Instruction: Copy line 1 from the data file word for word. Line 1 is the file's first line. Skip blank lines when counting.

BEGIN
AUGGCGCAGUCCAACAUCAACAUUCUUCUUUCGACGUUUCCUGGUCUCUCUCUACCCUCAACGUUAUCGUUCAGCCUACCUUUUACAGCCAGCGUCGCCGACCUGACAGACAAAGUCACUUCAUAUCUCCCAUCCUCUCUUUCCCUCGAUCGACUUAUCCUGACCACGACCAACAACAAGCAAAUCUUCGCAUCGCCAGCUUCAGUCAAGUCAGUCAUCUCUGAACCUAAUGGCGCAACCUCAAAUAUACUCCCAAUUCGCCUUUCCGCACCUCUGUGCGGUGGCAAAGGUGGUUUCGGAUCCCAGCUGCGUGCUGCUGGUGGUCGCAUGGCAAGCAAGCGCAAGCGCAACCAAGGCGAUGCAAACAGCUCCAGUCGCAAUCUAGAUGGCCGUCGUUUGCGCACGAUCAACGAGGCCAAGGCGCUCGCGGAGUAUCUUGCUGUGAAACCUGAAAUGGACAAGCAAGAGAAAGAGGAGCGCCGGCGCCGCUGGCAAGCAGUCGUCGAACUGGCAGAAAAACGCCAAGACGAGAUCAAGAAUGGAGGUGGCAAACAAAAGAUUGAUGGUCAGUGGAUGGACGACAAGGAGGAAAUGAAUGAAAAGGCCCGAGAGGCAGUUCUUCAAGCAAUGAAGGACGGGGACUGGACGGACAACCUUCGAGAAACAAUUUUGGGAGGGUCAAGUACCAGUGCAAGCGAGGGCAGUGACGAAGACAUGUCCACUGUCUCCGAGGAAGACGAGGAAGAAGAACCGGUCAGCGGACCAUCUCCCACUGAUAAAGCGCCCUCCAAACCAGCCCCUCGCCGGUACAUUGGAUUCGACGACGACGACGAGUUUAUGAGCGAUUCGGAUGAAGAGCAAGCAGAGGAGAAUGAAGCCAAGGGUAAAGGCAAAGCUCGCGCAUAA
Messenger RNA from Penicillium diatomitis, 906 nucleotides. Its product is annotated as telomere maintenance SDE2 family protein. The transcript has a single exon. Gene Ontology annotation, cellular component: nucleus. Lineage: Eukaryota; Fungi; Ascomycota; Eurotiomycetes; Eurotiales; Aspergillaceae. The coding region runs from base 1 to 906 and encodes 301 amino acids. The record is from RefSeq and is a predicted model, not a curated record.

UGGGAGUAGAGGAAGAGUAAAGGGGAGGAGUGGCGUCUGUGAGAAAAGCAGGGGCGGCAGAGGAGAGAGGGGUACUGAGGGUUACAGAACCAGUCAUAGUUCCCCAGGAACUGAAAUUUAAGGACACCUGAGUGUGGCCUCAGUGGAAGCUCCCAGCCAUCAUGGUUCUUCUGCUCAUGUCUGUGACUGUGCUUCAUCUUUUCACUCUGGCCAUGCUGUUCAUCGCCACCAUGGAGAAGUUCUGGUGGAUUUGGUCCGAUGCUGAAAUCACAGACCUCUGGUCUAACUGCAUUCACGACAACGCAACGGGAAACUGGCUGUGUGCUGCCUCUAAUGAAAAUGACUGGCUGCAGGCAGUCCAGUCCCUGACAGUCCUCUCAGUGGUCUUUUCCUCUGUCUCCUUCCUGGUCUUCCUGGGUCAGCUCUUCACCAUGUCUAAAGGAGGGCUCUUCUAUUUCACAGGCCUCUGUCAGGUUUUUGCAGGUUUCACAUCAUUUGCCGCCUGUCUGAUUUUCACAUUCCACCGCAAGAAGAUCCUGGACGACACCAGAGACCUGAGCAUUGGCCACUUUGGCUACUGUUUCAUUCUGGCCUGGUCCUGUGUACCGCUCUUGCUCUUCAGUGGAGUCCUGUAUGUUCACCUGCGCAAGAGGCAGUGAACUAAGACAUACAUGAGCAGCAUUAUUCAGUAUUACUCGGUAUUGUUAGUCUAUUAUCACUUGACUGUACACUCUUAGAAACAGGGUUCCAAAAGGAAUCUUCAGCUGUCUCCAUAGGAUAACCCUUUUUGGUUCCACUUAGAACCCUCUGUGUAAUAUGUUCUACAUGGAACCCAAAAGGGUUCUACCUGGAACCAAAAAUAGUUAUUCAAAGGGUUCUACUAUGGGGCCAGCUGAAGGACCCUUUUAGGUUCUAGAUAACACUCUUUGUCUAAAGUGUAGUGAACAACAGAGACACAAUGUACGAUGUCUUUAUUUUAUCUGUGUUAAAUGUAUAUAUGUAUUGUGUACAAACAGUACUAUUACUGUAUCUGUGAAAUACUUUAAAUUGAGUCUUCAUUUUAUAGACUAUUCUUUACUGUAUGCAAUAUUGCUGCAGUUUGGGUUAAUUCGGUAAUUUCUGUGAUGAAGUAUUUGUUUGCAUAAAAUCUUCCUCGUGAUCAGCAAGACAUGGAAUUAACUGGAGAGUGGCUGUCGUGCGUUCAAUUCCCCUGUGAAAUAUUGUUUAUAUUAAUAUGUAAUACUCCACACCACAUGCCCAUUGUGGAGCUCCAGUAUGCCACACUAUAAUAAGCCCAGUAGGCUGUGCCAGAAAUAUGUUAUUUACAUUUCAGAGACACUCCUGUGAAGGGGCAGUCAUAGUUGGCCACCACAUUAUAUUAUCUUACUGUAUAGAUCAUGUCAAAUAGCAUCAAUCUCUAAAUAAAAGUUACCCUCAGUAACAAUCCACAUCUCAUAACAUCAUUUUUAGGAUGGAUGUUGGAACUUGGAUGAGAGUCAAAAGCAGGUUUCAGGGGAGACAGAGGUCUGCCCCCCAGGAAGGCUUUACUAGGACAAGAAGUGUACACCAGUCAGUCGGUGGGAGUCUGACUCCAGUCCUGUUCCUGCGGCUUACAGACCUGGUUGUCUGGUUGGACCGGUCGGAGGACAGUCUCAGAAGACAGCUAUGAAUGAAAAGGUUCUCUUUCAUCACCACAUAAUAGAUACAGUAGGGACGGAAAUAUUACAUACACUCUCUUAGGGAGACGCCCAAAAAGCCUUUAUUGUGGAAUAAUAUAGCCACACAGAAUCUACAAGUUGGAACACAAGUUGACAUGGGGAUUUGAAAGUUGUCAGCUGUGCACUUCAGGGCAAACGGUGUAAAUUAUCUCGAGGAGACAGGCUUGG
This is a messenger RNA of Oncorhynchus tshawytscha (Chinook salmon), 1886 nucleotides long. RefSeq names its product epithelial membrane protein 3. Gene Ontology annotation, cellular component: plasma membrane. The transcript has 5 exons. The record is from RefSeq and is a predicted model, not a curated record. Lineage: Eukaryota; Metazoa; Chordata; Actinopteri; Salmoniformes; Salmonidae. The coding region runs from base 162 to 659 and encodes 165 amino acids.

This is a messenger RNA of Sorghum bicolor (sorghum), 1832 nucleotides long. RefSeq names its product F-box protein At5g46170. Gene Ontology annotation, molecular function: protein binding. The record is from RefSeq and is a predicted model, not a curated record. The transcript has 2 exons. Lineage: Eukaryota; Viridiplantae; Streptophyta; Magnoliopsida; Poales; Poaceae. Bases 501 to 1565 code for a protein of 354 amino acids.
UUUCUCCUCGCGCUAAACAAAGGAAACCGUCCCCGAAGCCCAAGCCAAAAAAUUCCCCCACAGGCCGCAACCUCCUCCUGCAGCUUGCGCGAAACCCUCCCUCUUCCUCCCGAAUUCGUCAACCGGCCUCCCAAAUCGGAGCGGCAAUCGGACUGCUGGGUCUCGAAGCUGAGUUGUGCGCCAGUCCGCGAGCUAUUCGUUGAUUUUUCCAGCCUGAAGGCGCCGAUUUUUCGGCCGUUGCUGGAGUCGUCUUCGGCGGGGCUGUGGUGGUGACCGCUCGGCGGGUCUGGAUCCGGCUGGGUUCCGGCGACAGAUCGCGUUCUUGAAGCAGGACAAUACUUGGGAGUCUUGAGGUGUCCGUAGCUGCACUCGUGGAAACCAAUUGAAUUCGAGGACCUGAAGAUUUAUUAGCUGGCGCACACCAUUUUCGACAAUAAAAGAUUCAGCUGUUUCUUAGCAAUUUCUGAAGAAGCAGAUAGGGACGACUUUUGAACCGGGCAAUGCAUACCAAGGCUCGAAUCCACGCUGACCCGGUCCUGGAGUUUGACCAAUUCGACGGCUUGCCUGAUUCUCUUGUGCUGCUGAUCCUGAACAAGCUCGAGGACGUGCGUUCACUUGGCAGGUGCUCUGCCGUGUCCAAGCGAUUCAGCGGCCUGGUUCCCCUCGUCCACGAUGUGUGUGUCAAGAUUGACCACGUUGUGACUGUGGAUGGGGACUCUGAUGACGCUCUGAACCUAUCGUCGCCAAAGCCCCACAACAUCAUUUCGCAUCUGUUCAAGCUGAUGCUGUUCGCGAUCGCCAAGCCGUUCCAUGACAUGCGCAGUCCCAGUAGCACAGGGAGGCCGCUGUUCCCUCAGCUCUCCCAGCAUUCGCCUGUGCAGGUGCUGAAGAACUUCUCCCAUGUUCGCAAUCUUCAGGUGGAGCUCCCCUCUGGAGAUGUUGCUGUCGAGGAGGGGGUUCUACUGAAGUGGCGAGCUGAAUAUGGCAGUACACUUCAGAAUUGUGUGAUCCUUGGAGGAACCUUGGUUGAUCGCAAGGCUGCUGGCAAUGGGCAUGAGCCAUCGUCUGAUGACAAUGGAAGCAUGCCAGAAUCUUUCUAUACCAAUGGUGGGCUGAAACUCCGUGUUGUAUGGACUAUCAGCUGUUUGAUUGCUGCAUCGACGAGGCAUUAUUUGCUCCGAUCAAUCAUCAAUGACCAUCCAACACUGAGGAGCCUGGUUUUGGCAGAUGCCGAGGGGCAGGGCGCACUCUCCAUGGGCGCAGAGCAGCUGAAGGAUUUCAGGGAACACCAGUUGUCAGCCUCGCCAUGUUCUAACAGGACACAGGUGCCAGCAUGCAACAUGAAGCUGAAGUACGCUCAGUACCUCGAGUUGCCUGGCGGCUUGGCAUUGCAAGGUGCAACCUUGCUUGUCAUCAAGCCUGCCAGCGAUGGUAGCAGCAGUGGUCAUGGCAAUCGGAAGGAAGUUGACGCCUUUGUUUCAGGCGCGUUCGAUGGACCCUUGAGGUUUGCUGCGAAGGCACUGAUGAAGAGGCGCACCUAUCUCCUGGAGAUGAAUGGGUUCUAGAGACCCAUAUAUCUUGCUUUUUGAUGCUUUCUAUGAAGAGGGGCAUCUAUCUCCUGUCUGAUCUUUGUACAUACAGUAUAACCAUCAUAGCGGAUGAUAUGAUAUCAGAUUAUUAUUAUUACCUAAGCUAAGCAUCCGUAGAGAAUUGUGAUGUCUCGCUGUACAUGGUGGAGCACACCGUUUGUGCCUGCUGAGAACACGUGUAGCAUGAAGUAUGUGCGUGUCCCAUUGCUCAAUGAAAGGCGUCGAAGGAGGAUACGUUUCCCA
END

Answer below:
AUGGCGCAGUCCAACAUCAACAUUCUUCUUUCGACGUUUCCUGGUCUCUCUCUACCCUCAACGUUAUCGUUCAGCCUACCUUUUACAGCCAGCGUCGCCGACCUGACAGACAAAGUCACUUCAUAUCUCCCAUCCUCUCUUUCCCUCGAUCGACUUAUCCUGACCACGACCAACAACAAGCAAAUCUUCGCAUCGCCAGCUUCAGUCAAGUCAGUCAUCUCUGAACCUAAUGGCGCAACCUCAAAUAUACUCCCAAUUCGCCUUUCCGCACCUCUGUGCGGUGGCAAAGGUGGUUUCGGAUCCCAGCUGCGUGCUGCUGGUGGUCGCAUGGCAAGCAAGCGCAAGCGCAACCAAGGCGAUGCAAACAGCUCCAGUCGCAAUCUAGAUGGCCGUCGUUUGCGCACGAUCAACGAGGCCAAGGCGCUCGCGGAGUAUCUUGCUGUGAAACCUGAAAUGGACAAGCAAGAGAAAGAGGAGCGCCGGCGCCGCUGGCAAGCAGUCGUCGAACUGGCAGAAAAACGCCAAGACGAGAUCAAGAAUGGAGGUGGCAAACAAAAGAUUGAUGGUCAGUGGAUGGACGACAAGGAGGAAAUGAAUGAAAAGGCCCGAGAGGCAGUUCUUCAAGCAAUGAAGGACGGGGACUGGACGGACAACCUUCGAGAAACAAUUUUGGGAGGGUCAAGUACCAGUGCAAGCGAGGGCAGUGACGAAGACAUGUCCACUGUCUCCGAGGAAGACGAGGAAGAAGAACCGGUCAGCGGACCAUCUCCCACUGAUAAAGCGCCCUCCAAACCAGCCCCUCGCCGGUACAUUGGAUUCGACGACGACGACGAGUUUAUGAGCGAUUCGGAUGAAGAGCAAGCAGAGGAGAAUGAAGCCAAGGGUAAAGGCAAAGCUCGCGCAUAA